Gov. Arnold Schwarzenegger is hoping that the “Great California Garage Sale” will turn government clutter like surplus prison uniforms and office furniture into cash to bulk up the state's depleted finances.
On offer as the state clears out clutter are nearly 600 state-owned vehicles and thousands of pieces of office furniture, computers, electronics, jewelry, pianos, even a surfboard and an Xbox 360 gaming system.
State officials estimate the giant two-day yard sale being held at a state warehouse will bring in hundreds of thousands of dollars. In addition to clearing out office products, the state is also selling unclaimed property from state parks and items confiscated by law enforcement, said California Department of General Services spokesman Eric Lamoureux.
The prison department contributed dental chairs and surplus prison shirts and jeans.
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“Welcome to our garage sale,” Schwarzenegger told reporters during a warehouse tour Friday morning. “As you know we're trying to raise some extra money here, getting rid of the old stuff we don't use anymore.”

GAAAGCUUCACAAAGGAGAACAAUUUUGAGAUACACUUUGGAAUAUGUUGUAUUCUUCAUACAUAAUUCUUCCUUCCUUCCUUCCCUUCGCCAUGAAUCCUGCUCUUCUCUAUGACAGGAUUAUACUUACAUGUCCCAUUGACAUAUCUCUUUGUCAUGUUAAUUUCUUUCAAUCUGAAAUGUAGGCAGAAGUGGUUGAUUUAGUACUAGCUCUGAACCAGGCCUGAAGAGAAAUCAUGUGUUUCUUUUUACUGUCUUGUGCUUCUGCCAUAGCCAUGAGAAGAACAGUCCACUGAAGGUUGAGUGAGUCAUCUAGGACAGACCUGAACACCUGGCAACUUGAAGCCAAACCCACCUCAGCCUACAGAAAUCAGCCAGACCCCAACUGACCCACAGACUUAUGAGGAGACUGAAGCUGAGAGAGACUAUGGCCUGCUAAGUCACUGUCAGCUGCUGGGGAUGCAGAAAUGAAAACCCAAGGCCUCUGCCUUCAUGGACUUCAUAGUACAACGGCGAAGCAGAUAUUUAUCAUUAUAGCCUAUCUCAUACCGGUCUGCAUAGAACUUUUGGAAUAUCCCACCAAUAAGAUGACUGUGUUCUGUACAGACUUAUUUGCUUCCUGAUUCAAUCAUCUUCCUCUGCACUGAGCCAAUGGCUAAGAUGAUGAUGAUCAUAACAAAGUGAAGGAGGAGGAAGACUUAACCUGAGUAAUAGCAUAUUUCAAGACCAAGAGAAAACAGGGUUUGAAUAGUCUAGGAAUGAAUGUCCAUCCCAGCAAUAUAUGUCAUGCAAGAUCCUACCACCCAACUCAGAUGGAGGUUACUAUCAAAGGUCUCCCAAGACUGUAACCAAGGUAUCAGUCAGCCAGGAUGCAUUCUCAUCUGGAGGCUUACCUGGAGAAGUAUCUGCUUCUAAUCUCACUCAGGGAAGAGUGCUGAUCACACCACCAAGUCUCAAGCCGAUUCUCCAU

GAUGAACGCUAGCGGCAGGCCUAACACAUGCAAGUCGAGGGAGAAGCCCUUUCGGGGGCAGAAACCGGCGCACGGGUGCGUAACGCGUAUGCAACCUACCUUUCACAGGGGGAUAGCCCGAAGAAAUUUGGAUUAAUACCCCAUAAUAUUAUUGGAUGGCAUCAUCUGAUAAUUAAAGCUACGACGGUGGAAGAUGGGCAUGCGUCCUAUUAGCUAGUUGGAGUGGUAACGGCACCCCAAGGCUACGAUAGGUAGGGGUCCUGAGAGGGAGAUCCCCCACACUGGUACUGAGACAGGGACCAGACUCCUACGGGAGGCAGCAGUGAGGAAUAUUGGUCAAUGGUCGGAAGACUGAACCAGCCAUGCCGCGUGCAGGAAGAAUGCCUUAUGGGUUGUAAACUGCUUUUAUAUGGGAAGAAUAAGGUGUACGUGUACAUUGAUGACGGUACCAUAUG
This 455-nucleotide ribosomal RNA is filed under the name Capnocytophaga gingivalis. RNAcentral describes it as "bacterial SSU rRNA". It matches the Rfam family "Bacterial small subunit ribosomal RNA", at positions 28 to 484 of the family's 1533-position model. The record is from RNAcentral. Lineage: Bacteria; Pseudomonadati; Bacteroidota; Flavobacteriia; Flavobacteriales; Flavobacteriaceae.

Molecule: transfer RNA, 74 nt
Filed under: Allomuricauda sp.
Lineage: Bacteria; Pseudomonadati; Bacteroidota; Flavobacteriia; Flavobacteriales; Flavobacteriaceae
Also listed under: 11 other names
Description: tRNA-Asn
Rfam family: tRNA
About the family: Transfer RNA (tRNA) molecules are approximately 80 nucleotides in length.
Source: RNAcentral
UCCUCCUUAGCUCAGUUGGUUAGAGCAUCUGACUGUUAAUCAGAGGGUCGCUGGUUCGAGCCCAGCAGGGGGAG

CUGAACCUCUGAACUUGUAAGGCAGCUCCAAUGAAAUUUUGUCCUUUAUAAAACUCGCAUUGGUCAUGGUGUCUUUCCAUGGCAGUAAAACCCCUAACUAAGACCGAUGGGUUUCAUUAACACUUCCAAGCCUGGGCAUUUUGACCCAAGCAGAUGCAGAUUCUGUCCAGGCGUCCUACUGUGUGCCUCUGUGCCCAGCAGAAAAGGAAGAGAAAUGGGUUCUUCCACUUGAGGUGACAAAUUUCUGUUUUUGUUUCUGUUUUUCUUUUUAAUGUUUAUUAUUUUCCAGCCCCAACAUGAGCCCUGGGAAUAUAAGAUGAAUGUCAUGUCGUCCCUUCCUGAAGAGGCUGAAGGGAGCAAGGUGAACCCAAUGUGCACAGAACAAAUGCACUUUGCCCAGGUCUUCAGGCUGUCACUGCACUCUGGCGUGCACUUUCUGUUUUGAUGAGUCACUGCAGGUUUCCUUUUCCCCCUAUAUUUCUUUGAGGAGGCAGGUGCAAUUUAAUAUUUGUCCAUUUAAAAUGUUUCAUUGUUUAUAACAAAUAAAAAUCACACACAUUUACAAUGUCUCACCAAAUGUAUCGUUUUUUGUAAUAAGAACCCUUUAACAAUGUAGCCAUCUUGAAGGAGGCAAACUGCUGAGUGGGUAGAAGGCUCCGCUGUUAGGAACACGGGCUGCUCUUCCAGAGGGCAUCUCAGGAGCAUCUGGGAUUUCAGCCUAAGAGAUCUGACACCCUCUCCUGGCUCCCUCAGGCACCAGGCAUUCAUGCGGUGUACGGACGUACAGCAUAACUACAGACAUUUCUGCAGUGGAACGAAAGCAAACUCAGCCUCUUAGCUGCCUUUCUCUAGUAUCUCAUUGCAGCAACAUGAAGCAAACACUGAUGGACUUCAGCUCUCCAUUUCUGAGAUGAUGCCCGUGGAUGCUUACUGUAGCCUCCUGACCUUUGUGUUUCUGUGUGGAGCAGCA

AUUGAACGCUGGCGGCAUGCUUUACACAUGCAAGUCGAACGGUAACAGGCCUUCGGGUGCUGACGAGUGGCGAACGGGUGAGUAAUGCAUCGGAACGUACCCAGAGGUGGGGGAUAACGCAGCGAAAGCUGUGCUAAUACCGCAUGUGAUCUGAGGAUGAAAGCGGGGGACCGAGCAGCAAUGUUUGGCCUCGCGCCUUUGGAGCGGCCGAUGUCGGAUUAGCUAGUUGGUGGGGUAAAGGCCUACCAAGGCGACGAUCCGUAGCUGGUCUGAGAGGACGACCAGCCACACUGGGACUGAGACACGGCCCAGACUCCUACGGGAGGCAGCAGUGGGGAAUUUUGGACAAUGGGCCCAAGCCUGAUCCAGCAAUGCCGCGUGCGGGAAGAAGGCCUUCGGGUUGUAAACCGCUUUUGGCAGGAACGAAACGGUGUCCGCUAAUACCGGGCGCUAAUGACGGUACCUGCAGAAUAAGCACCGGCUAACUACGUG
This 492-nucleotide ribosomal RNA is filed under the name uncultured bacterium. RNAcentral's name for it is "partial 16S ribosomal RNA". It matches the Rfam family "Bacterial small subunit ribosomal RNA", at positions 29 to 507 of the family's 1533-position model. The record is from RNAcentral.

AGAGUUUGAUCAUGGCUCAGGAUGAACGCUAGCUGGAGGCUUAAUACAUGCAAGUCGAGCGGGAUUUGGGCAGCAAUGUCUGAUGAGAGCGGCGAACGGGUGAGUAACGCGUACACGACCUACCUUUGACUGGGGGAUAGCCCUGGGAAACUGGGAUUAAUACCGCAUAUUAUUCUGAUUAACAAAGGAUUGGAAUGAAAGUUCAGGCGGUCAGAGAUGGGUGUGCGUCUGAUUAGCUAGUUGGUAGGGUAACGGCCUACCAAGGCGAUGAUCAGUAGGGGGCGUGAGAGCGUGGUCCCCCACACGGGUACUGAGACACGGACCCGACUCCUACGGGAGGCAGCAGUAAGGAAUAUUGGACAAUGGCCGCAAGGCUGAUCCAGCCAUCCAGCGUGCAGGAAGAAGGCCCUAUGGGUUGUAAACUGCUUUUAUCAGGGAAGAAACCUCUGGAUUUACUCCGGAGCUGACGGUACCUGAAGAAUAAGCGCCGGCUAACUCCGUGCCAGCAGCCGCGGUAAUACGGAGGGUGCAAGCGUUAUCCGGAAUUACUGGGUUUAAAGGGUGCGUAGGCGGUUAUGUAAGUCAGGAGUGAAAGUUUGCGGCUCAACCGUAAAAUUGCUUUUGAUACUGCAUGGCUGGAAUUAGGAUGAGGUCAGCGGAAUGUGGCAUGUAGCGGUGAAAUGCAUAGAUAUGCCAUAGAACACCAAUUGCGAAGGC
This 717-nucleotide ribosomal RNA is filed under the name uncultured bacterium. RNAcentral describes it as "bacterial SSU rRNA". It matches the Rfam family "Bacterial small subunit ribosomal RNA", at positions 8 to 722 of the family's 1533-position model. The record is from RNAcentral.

A selection of the items was sold on eBay and Craigslist. Schwarzenegger autographed 15 car visors and four California Highway Patrol motorcycles in an effort to fetch more money during the two-day sale, which ends at noon today.
California sure could use the cash: the state was force to hand out IOUs earlier this year, government workers are on the brink of revolt over a 14 percent pay cut and the state remains in an interminable state of financial morass.
Talk show host Jimmy Kimmel recently spoofed the upcoming garage sell, saying the governor was so desperate he was selling everything from a set of burned dumbbells for $10 to a pair of first lady Maria Shriver's leg warmers for $8.
“We are out of money here in California,” Kimmel said. “I don't know how much this is going to raise for the state but you can see the governor is going all out with this.”
The idea for a garage sale came from state employees and was put into motion by Schwarzenegger through an executive order earlier this year.
After signing the order to reduce the state's 40,000 government vehicles by 15 percent, Schwarzenegger posted a video message thanking his Twitter followers for their budget-balancing ideas, including one follower's suggestion to autograph state-owned vehicles up for auction.